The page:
Americans have plenty of sunscreen options, technically speaking. The aisles of any given pharmacy are typically filled with dozens of brightly colored bottles that claim to offer broad-spectrum protection as well as SPFs upward of 50. But lately, American sunscreen has come under fire with critics arguing that sunscreen in the U.S. could be a whole lot better. Media from Vox to Bloomberg to Business Insider have decried American options as being thicker, greasier, goopier, less pleasant to apply, and perhaps most importantly, less safe than their European counterparts.
In February, the U.S. Food and Drug Administration (FDA) announced that it planned to take steps to make sunscreens safer and more effective. As part of that, the FDA says it is currently reviewing the 16 approved ingredients on the market — including zinc oxide, oxybenzone, avobenzone, and others — to determine whether they’re really safe for Americans to use. But the problem isn’t only that currently available ingredients could be more effective, but also that U.S. consumers have far fewer options to choose from compared to buyers in other countries.
“Some of the ingredients used in Europe give better coverage over the full-spectrum of UVA light, which is not fully covered by the products in the United States.”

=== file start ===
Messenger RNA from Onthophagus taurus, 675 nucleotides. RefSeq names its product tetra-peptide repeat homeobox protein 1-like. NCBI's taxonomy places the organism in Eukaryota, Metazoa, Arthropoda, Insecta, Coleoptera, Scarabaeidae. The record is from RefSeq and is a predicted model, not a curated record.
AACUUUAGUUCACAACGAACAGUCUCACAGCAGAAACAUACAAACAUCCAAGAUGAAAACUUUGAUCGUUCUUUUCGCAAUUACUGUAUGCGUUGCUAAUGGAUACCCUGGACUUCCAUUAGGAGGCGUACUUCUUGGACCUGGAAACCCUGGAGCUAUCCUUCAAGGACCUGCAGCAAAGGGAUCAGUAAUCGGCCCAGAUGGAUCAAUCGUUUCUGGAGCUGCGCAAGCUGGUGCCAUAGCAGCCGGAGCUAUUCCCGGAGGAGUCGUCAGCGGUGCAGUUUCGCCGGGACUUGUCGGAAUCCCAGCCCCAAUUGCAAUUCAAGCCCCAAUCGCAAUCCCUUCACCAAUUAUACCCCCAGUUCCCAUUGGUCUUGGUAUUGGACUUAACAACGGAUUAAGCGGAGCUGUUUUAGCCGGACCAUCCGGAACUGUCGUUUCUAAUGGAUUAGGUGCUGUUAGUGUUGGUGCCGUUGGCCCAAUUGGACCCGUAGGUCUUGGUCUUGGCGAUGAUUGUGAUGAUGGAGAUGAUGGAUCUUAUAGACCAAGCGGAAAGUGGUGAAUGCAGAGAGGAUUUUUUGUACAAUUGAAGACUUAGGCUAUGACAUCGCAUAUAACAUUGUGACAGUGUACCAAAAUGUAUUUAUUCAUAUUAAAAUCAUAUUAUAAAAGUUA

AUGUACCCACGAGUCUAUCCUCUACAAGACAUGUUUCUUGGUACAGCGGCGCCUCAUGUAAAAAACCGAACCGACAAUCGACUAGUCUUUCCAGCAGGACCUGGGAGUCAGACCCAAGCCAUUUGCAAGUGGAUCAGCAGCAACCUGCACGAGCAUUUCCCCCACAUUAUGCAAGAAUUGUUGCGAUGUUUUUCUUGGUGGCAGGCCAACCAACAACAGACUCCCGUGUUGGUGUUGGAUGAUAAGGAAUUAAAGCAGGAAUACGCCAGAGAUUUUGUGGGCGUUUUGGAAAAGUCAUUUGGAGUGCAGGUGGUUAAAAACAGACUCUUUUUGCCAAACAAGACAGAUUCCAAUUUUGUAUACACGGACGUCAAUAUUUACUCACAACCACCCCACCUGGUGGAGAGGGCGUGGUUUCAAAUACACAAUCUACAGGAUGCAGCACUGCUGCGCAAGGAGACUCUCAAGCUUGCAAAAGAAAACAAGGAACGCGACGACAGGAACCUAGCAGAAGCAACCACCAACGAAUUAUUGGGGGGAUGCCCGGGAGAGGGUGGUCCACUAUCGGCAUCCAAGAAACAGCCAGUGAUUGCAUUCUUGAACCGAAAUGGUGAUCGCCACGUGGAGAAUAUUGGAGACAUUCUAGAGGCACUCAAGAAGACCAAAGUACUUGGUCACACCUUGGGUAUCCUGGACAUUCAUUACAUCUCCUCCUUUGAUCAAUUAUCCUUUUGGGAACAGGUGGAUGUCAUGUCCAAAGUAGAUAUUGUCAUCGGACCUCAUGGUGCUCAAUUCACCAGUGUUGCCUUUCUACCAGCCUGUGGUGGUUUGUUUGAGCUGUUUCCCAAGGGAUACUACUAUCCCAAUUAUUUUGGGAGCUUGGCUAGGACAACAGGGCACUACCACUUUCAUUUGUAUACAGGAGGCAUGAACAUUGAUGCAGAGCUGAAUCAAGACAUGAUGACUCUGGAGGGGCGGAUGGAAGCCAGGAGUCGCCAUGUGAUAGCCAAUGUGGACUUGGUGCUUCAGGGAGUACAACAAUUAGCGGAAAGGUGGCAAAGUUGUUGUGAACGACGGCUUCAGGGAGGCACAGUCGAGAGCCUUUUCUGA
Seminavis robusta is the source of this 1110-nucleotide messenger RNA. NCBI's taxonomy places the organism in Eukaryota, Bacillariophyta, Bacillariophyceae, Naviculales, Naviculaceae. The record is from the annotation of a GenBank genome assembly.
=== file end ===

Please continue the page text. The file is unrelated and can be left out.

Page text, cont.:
The two types of ultraviolet (UV) rays that can contribute to skin problems are UVA and UVB. The difference is that UVB rays reach the top layer of skin and cause sunburns, while UVA rays are longer in wavelength and penetrate more deeply into skin. These rays play a role in skin aging.
There are a number of safe sunscreen products currently on the market in the U.S. Where Europeans might have Americans beat is UVA protection, says Dr. Joshua Zeichner, a New York-based dermatologist. “Some of the ingredients used in Europe give better coverage over the full-spectrum of UVA light, which is not fully covered by the products we are using in the United States,” he says. A 2017 study published in the Journal of the American Academy of Dermatology supports the claim, finding that of 20 different…